As the field matured, however, expectations scaled down. Scholars like Martin C. Libicki pointed out that when it comes to the objectives of war, cyber war cannot disarm, “much less destroy”, the enemy. Moreover, in the absence of physical combat and violence, cyber warfare cannot result in territorial gains, which can still be considered one of the primary objectives of most modern wars. Furthermore, it is hard to bend an adversary to one’s will – the famous Clausewitzian purpose of war – by relying on digital means alone. Research has also shown that strategic attacks against civilians rarely contribute to war-winning objectives, and secondly, are difficult to orchestrate against thousands of different systems that control critical functions of modern societies. Unlike conventional weaponry, many cyber operations are target-dependent, meaning they cannot be used indiscriminately against any system, which complicates operational planning. Furthermore, with such complex attack chains, there is always the risk of failure and unintended cascade effects that could actually backfire on the attacker.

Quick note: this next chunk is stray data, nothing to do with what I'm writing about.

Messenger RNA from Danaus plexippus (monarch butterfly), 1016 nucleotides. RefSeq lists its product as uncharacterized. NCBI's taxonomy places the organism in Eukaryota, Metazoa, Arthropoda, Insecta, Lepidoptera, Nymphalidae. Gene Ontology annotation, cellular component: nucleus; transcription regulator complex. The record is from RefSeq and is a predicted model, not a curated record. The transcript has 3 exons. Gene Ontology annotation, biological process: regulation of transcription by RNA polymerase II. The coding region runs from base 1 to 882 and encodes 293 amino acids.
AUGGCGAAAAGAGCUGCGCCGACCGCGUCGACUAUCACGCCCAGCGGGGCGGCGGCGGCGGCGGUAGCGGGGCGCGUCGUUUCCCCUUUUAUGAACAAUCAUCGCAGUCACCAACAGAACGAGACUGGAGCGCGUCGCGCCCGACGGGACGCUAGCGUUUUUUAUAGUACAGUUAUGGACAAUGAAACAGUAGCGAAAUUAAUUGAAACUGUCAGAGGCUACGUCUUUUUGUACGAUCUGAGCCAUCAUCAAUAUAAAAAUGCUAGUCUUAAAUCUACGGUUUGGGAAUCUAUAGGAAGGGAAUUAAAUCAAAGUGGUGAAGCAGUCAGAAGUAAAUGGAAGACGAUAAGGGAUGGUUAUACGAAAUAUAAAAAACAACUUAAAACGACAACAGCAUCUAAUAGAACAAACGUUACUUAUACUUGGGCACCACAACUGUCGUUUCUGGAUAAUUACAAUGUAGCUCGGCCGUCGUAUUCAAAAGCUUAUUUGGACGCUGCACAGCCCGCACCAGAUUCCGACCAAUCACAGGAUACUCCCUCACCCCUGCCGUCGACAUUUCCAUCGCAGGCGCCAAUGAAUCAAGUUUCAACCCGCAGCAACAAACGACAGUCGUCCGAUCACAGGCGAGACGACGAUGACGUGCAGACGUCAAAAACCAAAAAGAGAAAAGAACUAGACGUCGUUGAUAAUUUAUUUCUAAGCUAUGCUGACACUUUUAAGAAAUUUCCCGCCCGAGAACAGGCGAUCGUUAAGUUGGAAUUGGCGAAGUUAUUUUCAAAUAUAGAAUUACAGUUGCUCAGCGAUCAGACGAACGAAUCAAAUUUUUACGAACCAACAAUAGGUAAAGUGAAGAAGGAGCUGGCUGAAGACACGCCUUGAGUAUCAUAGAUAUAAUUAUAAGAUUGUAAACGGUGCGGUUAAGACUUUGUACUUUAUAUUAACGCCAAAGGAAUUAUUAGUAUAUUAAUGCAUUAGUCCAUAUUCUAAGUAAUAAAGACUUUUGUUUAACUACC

Cyber capabilities on the battlefield
Since the mid-2000s, cyber warfare has not been seen as a standalone capability that elicits effects independent of kinetic conflict, but rather as a compliment to conventional capabilities. In other words, cyber operations can serve as a force enabler/multiplier for conventional capabilities when used in a joint and combined fashion. Here, cyber operations in war are not necessarily measured by their strategic effects but are rather seen as a counter-force capability that can be directed against enemy armies. One example is the X-Agent malware that infiltrates targeting equipment that guides artillery fire and then leaks the geolocation of artillery positions to enemy forces, which then directs counter-battery fire. Within this conceptualisation of cyber capabilities, the application of cyber means matches well with the ideals of manoeuvre warfare and paralysing the enemy with surgical or acupunctural strikes.